Holocaust Survivors Share Their Stories with Taft Students

On March 5th, three survivors of the tragic Holocaust were invited to Taft to speak about their experience of the historic event. Ruth Birndorf, Lea Radziner, and Edith Frankie gave the students at Taft their insight of the terrible conditions they had to live in, in order to survive this tragedy so they could tell their stories to millions around the world.

Ruth Birndorf shared her perspective of the events and the emotions that she and the other girls that hid with her in the camp went through. Birndorf and her sister went into hiding for two years in different cities. She was first hidden in an attic with a different family in order to escape the Nazis. Her room was overcrowded with girls of all ages, and to this day Birndorf has developed a sense of claustrophobia, “don’t lock me in, I’ll scream. Even during medical procedures, I jump, don’t touch me,” said Birndorf. There were very few supplies she and her roommates were given, they had scant food and no paper to even communicate. Bathrooms used to be a small pail kept at the corner of the room, which they hoped someone would empty in the middle of the night. Birndorf’s camp SS would come in to check on all the kids at night and would usually threaten to give them away. Fear and distrust are some things that she just couldn’t forget because of her past. “Even to this day, when I go to the cinema, I look for the exit signs.”. They had to be very quiet and still, even the shadows cast on the walls by their bodies were a giveaway. In the morning, Birndorf, her mother, and her sister would hide together, but as night came, she had no idea where her family was. The hiding family would have a very difficult time with providing enough material for all of the people living with them, so their son who was also a part of the resistance would raid City Hall to gather real items that their family could survive off of. At one point their son was caught in the act of the robbery but managed to quickly escape. In the fear of the Germans finding out, Birndorf and her sister were transported to another city for the next year or so. Her second hiding family had kept her well. Although her birth mother had to practically beg for the family to let them stay, Birndorf was given good treatment.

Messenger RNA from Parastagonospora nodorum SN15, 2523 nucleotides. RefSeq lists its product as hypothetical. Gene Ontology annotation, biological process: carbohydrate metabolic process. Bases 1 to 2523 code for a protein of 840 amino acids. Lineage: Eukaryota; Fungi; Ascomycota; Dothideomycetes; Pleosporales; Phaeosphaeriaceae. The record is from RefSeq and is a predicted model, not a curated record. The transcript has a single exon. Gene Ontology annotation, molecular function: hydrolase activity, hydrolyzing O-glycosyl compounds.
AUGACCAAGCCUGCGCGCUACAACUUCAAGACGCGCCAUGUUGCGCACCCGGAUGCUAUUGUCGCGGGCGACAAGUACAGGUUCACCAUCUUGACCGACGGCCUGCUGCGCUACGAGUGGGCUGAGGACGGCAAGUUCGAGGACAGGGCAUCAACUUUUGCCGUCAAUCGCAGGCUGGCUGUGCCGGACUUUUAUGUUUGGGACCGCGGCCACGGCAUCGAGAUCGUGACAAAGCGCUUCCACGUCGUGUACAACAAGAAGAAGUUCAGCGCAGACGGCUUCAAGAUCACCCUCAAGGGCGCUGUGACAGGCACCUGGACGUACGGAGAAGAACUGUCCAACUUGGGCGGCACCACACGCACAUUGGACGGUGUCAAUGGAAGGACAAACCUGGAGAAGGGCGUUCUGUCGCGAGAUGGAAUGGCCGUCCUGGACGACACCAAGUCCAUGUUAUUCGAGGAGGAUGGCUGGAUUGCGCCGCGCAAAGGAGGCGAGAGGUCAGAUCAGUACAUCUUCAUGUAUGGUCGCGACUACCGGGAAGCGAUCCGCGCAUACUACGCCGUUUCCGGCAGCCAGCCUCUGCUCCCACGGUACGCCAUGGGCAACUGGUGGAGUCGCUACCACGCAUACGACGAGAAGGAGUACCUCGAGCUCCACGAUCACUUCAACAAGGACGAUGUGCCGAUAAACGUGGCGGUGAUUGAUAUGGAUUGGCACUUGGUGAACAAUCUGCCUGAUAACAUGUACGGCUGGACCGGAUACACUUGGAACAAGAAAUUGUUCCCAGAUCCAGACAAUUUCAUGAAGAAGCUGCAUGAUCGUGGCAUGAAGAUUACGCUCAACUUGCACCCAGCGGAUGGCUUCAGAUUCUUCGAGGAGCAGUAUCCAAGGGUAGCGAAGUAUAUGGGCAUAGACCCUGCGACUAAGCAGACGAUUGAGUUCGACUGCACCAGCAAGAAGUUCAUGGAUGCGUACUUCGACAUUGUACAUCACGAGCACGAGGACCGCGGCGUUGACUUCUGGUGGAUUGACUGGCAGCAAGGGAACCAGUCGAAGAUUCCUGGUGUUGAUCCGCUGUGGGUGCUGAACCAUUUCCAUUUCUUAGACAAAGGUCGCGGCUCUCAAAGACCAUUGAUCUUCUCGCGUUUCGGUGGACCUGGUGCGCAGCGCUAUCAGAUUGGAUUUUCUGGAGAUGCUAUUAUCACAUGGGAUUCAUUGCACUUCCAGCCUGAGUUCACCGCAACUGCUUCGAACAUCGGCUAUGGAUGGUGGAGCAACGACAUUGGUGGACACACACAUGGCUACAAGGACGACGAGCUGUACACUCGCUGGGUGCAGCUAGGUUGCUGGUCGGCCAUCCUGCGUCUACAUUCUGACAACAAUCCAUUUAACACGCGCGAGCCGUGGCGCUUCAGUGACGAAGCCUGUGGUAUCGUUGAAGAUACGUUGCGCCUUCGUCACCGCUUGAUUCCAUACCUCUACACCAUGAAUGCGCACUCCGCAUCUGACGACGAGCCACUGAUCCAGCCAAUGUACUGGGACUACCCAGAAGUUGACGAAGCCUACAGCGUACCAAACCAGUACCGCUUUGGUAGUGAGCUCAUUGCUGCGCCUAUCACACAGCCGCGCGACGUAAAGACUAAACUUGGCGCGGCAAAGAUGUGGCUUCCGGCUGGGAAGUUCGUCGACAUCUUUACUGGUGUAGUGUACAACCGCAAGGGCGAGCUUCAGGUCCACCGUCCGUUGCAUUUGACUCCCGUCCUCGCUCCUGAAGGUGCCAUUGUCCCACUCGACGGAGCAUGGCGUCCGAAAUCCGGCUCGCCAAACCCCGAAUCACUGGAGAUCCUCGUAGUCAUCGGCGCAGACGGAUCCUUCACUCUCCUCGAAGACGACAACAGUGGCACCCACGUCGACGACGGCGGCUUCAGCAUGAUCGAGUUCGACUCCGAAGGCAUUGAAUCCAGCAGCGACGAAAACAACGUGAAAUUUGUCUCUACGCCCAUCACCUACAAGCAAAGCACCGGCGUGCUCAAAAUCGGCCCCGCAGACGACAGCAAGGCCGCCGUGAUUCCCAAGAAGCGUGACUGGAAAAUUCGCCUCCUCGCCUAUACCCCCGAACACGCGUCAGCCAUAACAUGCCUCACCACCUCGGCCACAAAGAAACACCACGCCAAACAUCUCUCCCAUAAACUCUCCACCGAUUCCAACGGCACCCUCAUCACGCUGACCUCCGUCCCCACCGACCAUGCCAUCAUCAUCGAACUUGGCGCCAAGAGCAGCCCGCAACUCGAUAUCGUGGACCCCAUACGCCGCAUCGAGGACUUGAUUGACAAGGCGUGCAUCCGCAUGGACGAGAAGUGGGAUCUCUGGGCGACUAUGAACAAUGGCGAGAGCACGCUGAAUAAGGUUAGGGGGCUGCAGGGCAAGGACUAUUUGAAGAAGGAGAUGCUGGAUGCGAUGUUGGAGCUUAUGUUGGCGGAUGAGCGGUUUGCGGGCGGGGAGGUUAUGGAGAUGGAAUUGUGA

After the war was over, Birndorf wanted to pursue her education. Even though she had never been to school, she was determined that nothing would stop her from achieving her goals. She went up to a “Pre-College” and asked for admission as she explained her story, but the president of the school would not allow her to enter the school without any previous records. Being rejected from her first school, Birndorf didn’t give up, later going to a Catholic school and telling her story to the nun there. The nun seemed to completely understand her situation and gave her admission. Birndorf continued her education and graduated from college. All of her friends that were in camps with her ended up becoming nurses, doctors, and therapists, all jobs in the public service field, so they could help other people like them.

Birndorf further advises the young generation to live freely and openly and to make memories with people face to face. She further says that the younger generation needs to physically interact with people in public and give up most of the virtual interactions. “I’ve seen so many people at diners, glued to their phones instead of sharing their experiences and actually connecting with one another.” Birndorf said. She encourages people to speak up against hate, because if we remain quiet, no one will stand up for any change leading to a disaster. She shares her story with people in order for them to learn from her past and not make the same mistakes she made.